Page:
Sunday, April 12, 2009


The Dialogues with Darwin Poetry Project presents an excellent opportunity for those of you who are interested in documentary poetry. Also, if you're curious about relationships between poetry and music, check out the project.

Speaking of Darwin and poetry, Charles Darwin's grandfather, Erasmus Darwin, was a wonderful poet. His writings explored poetry and other rhetorical modes we don't necessarily think of when we think about scientific writing (for example, dialogues). See for example The Temple of Nature and The Botanic Garden. A lot of Erasmus Darwin's writings have only recently come back into print. I suspect his work will gain more popularity as ecocriticism, ecopoetics, and ecoliterature in general gain wider audiences.

Here are details for the Dialogue with Darwin Poetry Project:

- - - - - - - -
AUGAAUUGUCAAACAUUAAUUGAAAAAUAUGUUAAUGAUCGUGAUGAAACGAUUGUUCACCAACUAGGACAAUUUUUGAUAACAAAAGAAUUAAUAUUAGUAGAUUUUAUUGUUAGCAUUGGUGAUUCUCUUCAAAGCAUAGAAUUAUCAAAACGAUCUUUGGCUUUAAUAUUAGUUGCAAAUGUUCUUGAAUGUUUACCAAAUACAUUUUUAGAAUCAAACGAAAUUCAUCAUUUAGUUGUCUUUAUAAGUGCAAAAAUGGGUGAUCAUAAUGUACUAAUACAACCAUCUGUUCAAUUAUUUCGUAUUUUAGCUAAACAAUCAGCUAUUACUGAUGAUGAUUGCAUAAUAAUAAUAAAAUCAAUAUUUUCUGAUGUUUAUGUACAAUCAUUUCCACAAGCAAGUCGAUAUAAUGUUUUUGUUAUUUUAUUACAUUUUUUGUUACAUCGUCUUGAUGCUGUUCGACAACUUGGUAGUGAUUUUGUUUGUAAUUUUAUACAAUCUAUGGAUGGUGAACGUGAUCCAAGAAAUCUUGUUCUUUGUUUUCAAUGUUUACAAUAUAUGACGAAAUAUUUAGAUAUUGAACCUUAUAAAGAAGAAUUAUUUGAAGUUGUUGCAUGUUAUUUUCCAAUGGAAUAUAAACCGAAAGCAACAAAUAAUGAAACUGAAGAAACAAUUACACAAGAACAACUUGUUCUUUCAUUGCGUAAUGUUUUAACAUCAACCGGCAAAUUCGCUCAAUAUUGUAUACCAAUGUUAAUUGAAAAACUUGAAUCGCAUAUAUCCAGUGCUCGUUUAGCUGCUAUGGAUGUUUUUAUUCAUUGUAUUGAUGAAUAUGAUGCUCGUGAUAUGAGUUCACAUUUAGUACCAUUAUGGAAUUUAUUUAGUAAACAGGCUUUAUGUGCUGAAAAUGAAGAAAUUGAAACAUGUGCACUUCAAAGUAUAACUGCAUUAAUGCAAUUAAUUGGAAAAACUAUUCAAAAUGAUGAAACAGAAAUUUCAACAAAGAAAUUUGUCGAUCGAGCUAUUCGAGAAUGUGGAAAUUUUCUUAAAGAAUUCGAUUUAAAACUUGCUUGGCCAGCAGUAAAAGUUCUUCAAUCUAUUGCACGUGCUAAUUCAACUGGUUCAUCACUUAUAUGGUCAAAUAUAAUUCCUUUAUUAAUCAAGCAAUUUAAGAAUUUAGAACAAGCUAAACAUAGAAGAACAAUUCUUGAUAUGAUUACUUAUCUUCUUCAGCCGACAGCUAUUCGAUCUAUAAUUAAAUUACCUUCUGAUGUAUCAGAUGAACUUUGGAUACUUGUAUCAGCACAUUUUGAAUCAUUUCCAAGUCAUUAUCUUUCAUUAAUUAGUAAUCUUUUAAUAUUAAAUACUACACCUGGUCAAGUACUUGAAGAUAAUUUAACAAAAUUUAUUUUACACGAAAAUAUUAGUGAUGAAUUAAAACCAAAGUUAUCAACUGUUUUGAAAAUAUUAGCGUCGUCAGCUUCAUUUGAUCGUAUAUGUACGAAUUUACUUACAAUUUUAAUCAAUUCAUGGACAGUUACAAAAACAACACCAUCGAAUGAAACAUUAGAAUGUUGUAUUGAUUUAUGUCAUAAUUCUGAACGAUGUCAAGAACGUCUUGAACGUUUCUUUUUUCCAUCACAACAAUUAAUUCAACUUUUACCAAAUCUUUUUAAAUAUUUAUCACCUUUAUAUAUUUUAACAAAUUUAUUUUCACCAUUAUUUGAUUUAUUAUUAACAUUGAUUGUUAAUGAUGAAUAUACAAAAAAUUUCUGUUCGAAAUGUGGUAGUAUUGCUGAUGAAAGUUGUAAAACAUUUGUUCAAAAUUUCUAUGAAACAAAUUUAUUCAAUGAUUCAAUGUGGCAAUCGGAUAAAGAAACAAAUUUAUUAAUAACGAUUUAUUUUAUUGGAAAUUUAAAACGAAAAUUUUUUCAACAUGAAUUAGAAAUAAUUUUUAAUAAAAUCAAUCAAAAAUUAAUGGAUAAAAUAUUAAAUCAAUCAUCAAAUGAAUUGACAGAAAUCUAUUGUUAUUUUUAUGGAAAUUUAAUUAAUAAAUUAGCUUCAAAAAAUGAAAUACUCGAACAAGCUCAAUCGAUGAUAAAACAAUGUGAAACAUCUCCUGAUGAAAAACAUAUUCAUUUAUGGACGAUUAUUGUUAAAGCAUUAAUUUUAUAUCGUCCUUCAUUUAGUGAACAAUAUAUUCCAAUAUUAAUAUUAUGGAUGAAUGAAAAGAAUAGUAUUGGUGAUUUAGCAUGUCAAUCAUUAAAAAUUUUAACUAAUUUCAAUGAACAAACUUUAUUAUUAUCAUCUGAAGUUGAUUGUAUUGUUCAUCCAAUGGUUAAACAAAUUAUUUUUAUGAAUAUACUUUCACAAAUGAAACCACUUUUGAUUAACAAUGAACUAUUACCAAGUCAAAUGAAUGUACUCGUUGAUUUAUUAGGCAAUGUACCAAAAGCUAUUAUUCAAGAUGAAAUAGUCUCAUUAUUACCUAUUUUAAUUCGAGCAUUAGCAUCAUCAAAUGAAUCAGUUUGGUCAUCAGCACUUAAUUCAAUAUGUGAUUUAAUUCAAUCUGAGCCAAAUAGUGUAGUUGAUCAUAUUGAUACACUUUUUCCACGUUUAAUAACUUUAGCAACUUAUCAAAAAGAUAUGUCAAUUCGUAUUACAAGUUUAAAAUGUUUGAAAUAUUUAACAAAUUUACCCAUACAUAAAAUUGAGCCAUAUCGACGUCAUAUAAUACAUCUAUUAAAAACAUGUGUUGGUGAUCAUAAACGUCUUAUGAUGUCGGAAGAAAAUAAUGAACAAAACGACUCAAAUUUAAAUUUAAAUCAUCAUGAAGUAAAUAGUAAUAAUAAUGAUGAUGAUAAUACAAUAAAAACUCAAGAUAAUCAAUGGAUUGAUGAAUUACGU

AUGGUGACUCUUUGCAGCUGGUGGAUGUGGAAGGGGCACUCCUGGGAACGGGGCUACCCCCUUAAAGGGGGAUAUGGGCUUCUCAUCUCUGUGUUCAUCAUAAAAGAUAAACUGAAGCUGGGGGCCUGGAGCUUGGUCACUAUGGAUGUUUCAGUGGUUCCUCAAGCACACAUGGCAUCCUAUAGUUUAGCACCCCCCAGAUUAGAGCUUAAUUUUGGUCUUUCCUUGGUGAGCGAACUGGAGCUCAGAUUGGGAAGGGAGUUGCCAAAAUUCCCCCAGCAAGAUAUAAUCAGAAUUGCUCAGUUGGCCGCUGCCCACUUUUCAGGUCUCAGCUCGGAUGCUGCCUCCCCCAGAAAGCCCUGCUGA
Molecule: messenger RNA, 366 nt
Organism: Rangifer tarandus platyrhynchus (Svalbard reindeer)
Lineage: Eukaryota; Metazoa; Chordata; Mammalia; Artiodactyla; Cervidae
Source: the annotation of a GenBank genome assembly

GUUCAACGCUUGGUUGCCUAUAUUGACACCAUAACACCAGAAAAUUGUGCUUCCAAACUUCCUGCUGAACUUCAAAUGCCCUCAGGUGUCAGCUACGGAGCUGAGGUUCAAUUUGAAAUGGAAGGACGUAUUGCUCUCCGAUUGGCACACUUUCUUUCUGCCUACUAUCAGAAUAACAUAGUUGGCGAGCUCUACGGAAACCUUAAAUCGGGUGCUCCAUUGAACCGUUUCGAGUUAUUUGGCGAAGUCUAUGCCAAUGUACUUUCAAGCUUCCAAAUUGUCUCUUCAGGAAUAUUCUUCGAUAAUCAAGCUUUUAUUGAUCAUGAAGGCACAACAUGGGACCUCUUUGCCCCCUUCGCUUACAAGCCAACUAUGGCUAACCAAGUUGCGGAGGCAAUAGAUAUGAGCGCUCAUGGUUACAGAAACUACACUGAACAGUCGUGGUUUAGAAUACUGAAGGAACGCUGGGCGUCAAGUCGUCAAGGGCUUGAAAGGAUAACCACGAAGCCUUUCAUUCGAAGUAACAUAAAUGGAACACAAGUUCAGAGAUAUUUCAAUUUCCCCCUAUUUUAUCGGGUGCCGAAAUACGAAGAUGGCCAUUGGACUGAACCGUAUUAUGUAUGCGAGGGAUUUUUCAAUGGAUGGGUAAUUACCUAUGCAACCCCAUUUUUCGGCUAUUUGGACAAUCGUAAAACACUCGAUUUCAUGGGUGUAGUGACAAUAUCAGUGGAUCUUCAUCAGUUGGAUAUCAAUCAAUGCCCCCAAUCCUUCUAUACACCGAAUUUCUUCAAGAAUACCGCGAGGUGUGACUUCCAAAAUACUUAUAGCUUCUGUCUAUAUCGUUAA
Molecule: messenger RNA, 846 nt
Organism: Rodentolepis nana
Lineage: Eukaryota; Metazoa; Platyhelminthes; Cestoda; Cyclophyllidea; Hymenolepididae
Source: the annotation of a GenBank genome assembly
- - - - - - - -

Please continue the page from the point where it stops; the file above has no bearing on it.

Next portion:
DIALOGUES WITH DARWIN POETRY PROJECT Network for New Music, in collaboration with the American Philosophical Society (APS) Museum is pleased to announce the Dialogues with Darwin Poetry Project. Dialogues with Darwin, the new exhibition at the APS Museum opening on April 17, 2009 draws from the Society’s own rich Charles Darwin archive—the largest outside of Cambridge, England—to display Darwin’s own letters, as well as rare first editions, sumptuous illustrated books, and manuscripts that follow the evolution of Darwin’s big idea—evolution through natural selection. As the first major statement on evolution and how it works, On the Origin of Species was the beginning of modern biology. In New Yorker writer Adam Gopnik’s newest book Angels and Ages, he argues that it was also Darwin’s modern way of writing and thinking (scientific and liberal in the broadest sense) that was crucial to promoting his new idea. Network for New Music invites poets to begin their own dialogue with Darwin. If you would like to participate: See the Darwin exhibition, write a poem in response to it and submit it to Network for New Music (guidelines for submission are below). A group of 12-15 young composers drawn from six area universities (the University of Pennsylvania, Temple University, University of the Arts, the Curtis Institute, West Chester University and the University of Delaware) will choose poems from among those submitted, and will set them to music; some of those works will then be performed on a pair of Network for New Music concerts at the Society’s Benjamin Franklin Hall on February 19 and 21, 2010. Are you a poet? Want to find out more about this project? Then join us at the American Philosophical Society Museum (104 S. Fifth Street) on April 15 at 7:30 PM for a sneak preview of the Dialogues With Darwin exhibition. Network for New Music's Artistic Director Linda Reichert will give an overview of the project and the timeline. Sue Ann Prince, Museum Director and Curator, will give a brief introduction to the ideas behind the exhibition. We'll also take some time to hear from eminent Philadelphia composer Maurice Wright, who has been commissioned to write a chamber work for this project (the work will also be premiered at the Dialogues with Darwin concerts). Wright will discuss the challenges a musician faces when working with text, and give the poets in attendance some insight into poetry that has a musical life. More detailed Project Guidelines for poets are available on the Network for New Music website below. R.S.V.P. for the April 15th preview. For more information: or

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